By Jack Spencer
By Michael Madden
By Reed Fischer
By Emily Weiss
By Emily Weiss
By Zach McCormick
By Jeff Gage
By Reed Fischer
What do recalcitrant rocker types have in common with budding electro-weenies? It seems the guitar lickers won't listen to anything without the reassuring presence of electric guitars while the circuit shtuppers are uninterested in anything with them. The answer: Both equate guitars with rock, and both have their heads up their amplifiers. Forget the ineluctable fact that the almighty ax is an electronic instrument--vibrating steel cables read by electromagnets and translated into electronic signals, etc. Much forward-looking nonrock made today employs, yes, this most retro of tools.
What's more, the first band anyone ever bothered calling "postrock," the now mature Sonic Youth, has spent nearly two decades diligently extracting every conceivable bit of aural information from this supposedly dead instrument. Perhaps SY is an exceptional example. Yet they remain the best band to straddle the fence between rock music and the avant-garde, cross-pollinating the purposefully pop with the nonpop.
Spawned in the fertile aftermath of New York's late-Seventies No Wave movement, Sonic Youth released its eponymous 1982 debut on a label run by maximalist guitar composer Glenn Branca. From the start, they fused confrontational performance art (their vocals presaged "spoken word") with punk's musical viscera. Upping the ante, guitarists Lee Ranaldo and Thurston Moore studied extended song structures and spat out an expanding guitar vocabulary--a new language of noise abstraction informed by free jazz and modern classical music.
Now, after some moderate commercial success, Sonic Youth has returned to these influences in earnest. While their releases on DGC (which issued most of SY's work in the Nineties) have mostly been more accessible than their Eighties classics, the group lets its appetite for experimentation go unchecked on its own label, SYR. A division of drummer Steve Shelly's Smells Like Records imprint, the indie has been Sonic Youth's primary vehicle for adventures in nonrock nonsongs since 1997.
The newest SYR release, Sonic Youth's Goodbye 20th Century, feels less like a departure than an exceedingly assertive homecoming, finding the erstwhile 120 Minutes icons collaborating with friends to cover works by 20th-century avant-garde and modern classical composers. This might sound hopelessly haughty, but the concept turns out to be a playful one. The 13 pieces on Goodbye were selected by Ranaldo and percussion virtuoso William Winant (an old buddy of bassist Kim Gordon, whose résumé of collaboration includes several of the featured composers). All but one of the songs share two traits: 1) an element of indeterminacy in either the composing or rendering of the piece, and 2) a score that's graphic or verbal rather than transcribed in the time signatures and clefs of standard musical notation.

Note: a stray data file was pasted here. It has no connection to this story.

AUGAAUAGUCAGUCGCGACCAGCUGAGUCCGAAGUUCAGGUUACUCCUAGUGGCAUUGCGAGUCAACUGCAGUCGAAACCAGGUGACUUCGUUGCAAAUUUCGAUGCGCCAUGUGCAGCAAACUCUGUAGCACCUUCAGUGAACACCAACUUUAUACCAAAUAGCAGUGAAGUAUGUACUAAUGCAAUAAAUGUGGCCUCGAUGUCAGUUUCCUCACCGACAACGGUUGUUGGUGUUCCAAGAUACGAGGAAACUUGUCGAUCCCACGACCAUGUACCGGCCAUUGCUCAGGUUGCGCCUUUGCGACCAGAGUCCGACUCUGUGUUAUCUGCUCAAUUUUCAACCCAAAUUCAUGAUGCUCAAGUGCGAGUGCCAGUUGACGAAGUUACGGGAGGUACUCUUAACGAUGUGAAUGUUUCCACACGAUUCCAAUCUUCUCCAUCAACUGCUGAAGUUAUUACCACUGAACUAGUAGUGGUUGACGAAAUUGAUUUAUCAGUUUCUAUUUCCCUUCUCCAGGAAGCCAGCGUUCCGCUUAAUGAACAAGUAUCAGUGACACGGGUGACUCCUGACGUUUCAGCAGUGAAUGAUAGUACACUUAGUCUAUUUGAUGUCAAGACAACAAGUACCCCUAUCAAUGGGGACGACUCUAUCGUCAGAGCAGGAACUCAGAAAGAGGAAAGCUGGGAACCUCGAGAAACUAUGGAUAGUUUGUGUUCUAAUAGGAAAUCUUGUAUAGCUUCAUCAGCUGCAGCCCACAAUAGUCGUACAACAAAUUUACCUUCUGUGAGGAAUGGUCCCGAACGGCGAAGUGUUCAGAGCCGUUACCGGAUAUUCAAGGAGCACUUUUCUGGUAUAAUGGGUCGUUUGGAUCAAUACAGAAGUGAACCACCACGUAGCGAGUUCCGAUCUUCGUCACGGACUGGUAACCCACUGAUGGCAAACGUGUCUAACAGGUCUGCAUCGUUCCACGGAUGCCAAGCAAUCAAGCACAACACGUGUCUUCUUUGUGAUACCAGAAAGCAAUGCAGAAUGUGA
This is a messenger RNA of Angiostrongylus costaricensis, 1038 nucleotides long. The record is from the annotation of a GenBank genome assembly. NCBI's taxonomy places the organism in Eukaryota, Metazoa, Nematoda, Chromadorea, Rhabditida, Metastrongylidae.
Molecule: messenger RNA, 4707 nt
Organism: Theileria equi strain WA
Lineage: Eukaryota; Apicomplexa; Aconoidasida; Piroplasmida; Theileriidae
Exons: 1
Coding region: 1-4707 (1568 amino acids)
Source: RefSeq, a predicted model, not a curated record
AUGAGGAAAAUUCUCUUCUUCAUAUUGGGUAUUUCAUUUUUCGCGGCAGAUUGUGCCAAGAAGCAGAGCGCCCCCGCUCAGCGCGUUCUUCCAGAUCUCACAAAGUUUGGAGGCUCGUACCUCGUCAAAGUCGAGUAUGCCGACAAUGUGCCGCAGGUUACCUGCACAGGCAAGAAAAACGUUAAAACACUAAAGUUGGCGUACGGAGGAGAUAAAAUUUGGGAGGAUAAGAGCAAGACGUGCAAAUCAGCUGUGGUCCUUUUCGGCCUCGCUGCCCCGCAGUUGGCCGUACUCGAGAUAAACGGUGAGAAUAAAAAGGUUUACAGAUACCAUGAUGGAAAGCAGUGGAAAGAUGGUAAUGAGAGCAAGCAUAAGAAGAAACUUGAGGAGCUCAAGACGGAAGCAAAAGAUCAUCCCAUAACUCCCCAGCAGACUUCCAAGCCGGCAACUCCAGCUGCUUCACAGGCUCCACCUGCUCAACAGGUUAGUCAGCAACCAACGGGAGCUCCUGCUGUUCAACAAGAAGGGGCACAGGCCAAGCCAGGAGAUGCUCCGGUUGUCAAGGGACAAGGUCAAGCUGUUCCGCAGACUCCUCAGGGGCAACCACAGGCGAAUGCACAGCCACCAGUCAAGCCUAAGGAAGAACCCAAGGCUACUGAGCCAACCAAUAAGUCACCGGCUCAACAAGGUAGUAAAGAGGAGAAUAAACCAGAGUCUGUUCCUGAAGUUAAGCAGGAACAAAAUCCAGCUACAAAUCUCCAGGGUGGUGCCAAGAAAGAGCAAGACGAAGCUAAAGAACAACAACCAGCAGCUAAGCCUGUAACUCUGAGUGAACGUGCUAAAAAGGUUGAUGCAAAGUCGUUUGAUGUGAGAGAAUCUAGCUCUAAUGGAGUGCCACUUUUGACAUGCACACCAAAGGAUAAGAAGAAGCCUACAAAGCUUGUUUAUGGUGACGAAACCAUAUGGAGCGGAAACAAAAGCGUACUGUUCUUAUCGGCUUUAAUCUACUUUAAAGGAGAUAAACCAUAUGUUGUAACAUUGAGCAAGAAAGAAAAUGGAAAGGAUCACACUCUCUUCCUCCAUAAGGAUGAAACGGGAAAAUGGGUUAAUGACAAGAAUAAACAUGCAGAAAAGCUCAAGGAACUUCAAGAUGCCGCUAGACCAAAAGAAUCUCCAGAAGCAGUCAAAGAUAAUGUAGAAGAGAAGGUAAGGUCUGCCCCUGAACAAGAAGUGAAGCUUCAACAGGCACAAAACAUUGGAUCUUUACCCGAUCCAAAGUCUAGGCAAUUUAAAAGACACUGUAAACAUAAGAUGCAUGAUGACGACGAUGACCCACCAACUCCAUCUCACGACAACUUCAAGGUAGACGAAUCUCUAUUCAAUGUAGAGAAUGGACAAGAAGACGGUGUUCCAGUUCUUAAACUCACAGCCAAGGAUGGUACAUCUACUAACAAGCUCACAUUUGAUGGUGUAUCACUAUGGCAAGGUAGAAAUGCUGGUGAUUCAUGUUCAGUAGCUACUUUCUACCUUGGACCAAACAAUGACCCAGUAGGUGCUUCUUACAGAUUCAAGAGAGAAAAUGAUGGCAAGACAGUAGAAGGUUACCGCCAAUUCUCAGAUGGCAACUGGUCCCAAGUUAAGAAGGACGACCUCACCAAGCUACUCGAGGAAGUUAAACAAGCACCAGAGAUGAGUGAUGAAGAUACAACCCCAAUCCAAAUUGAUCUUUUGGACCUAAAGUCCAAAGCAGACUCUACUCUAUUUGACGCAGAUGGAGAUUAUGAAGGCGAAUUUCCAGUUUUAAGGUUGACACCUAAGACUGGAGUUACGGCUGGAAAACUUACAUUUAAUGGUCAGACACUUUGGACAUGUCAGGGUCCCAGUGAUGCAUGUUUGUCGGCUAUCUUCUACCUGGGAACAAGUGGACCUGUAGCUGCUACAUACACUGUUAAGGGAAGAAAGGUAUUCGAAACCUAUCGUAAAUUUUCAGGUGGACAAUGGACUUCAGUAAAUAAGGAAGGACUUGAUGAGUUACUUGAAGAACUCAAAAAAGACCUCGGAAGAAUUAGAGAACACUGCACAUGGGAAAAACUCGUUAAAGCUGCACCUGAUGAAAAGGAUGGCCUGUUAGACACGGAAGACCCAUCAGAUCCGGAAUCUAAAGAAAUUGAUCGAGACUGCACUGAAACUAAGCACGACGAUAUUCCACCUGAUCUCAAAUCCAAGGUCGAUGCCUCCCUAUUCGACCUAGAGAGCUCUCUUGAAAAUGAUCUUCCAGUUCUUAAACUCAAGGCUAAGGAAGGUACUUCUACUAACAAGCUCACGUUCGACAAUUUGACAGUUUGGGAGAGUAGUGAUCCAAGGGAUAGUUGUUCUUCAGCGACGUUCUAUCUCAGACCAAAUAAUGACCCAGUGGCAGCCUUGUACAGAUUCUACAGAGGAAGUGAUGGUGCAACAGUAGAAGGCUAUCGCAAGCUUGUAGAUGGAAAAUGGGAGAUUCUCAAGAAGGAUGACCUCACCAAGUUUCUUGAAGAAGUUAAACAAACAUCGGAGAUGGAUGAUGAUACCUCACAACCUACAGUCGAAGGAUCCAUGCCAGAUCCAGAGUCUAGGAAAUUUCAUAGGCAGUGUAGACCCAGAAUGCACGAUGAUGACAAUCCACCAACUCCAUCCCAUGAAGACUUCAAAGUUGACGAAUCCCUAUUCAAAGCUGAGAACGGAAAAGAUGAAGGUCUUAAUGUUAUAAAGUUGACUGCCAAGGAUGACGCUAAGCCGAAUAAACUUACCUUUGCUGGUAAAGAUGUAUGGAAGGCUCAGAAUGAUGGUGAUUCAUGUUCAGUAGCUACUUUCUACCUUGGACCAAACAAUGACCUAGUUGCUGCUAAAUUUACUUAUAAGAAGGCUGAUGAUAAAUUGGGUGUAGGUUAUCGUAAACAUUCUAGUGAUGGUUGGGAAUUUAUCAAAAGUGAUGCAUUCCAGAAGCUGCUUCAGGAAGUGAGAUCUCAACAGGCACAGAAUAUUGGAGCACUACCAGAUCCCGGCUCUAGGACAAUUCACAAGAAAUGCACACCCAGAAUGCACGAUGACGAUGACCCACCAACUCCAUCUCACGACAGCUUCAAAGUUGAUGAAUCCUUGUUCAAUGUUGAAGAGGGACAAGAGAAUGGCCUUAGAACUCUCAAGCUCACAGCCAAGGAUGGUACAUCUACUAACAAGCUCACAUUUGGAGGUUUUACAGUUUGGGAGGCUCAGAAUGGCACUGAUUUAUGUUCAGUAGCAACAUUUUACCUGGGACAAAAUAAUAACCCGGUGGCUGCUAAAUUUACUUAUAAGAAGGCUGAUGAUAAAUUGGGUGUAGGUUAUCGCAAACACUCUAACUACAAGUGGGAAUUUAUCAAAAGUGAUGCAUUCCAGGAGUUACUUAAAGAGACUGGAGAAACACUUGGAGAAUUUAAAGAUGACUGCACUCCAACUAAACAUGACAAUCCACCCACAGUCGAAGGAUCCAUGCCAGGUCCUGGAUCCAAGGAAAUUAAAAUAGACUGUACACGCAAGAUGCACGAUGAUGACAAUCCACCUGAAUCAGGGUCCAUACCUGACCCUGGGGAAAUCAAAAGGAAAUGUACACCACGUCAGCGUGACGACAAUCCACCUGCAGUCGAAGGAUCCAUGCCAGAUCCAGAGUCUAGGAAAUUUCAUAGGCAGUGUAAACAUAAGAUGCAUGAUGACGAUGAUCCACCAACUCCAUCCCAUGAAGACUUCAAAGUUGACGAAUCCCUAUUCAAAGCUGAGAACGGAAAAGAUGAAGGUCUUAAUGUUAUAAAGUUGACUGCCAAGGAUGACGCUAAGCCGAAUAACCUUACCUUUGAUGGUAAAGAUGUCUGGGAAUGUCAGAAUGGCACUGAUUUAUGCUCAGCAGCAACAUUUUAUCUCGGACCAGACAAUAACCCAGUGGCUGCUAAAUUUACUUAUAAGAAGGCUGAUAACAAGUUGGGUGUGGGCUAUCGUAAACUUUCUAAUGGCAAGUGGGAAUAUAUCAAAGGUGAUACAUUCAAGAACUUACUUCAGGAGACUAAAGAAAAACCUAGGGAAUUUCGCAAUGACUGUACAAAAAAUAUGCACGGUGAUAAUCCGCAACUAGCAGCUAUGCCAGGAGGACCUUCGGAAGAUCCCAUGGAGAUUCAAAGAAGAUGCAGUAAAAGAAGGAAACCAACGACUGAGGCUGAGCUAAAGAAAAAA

For John Cage, represented here by his "Four" and two very different takes of "Six," the original compositional weapons of chance were a copy of the I Ching and some dice (don't ask). For Christian Wolff, a composer who contributes both pieces and piano playing to Goodbye, chance is left to the musicians. On his "Edges," the players are allowed to make any sounds they choose; only the order in which they play and how they interact is determined by the instructions of the score. Elsewhere, the piece "+ -," by composer and New York violinist Takehisa Kosugi, consists entirely of plus and minus signs. Lesser musicians might have been baffled without more explicit directions, but the expanded Sonic Youth, supplemented on this track by co-producer and guitarist Jim O'Rourke, runs with the idea to create a euphonious round robin of violins and guitars.
Unfortunately, even the band's skills as improvisers can't help "Piano Piece #13 (Carpenter's Piece)," by Fluxus agent provocateur George Macunias. The tune calls for hammering down every key of a piano, something that must have been a hell of a lot of fun to record. It may even be fun to witness on video, but the concept languishes a bit on disc. Which brings up an interesting point: The album's more nebulous stuff works perfectly well, but it succeeds primarily because the ensemble, unlike many of its conservatory-trained counterparts, refuses to bore its audience--or, more important, itself. That's not always the case with this type of music--even from the composer's end. Cage, for example, saw boredom as a perfectly acceptable response to his work, a fact amply demonstrated on numerous recordings. Here Sonic Youth does Cage's work the rare service of making it enjoyable to listen to.
Ultimately, the most successful tracks on Goodbye are those that involve a little more volition on the composer's part--or, in the case of vocal prodigy (and Moore-Gordon offspring) Coco Haley, more aggression on the part of the performer. (The kindergarten-aged chanteuse tears though Yoko Ono's "Voice Piece for Soprano" with inspiring glee.)
In recent months novelist J.K. Rowling's Harry Potter series has generated quite a stir in the book world by galvanizing kids not much older than five-year-old Coco. Not only are both boys and girls from ages 8 to 14 devouring the fantasy books by the millions, they're going into libraries and bookstores and asking, "Got anything else?" It's not hard to imagine Sonic Youth doing something similar for the musical avant-garde, albeit on a smaller scale and for an older crowd. But then kids, too, have been buying this album, as this record-retailing critic can attest.